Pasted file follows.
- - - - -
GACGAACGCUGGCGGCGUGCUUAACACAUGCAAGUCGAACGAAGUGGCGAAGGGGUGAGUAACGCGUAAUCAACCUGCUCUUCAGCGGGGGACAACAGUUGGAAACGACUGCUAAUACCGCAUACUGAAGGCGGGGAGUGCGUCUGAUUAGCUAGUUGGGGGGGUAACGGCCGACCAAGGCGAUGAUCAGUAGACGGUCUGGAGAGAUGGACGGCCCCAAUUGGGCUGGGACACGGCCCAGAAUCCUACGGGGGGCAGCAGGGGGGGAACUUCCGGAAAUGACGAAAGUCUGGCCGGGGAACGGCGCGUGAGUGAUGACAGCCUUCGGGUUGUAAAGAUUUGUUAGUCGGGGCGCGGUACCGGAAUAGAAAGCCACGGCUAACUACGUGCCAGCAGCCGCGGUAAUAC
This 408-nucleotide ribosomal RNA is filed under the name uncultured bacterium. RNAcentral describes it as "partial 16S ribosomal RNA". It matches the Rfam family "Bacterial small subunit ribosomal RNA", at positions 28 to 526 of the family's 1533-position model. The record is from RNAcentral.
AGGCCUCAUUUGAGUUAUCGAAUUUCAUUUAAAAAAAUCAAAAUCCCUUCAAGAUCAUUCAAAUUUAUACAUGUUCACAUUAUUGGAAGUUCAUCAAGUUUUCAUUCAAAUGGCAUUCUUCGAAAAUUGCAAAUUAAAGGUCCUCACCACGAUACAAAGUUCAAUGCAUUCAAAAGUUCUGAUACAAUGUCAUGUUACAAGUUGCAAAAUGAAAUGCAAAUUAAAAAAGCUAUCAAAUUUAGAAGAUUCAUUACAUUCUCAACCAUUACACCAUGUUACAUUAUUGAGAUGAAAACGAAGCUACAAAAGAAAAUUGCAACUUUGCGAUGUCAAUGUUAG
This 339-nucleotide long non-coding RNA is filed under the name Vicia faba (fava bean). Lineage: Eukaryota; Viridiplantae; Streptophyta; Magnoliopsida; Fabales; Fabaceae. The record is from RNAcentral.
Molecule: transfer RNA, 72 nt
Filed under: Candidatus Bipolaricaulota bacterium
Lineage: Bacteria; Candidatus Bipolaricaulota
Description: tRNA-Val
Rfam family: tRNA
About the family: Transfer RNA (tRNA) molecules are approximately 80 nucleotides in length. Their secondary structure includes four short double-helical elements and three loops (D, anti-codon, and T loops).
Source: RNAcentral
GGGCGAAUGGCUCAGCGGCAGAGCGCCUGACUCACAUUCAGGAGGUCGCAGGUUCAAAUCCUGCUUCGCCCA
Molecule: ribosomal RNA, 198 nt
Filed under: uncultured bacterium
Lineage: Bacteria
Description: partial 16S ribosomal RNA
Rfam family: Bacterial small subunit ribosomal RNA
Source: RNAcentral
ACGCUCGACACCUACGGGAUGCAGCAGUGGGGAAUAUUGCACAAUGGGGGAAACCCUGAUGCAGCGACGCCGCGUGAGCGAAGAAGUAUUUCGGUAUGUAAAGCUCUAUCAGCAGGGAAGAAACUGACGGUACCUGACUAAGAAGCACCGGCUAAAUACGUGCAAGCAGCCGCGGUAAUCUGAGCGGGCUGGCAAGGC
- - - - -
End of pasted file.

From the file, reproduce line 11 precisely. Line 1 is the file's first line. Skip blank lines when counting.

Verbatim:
Source: RNAcentral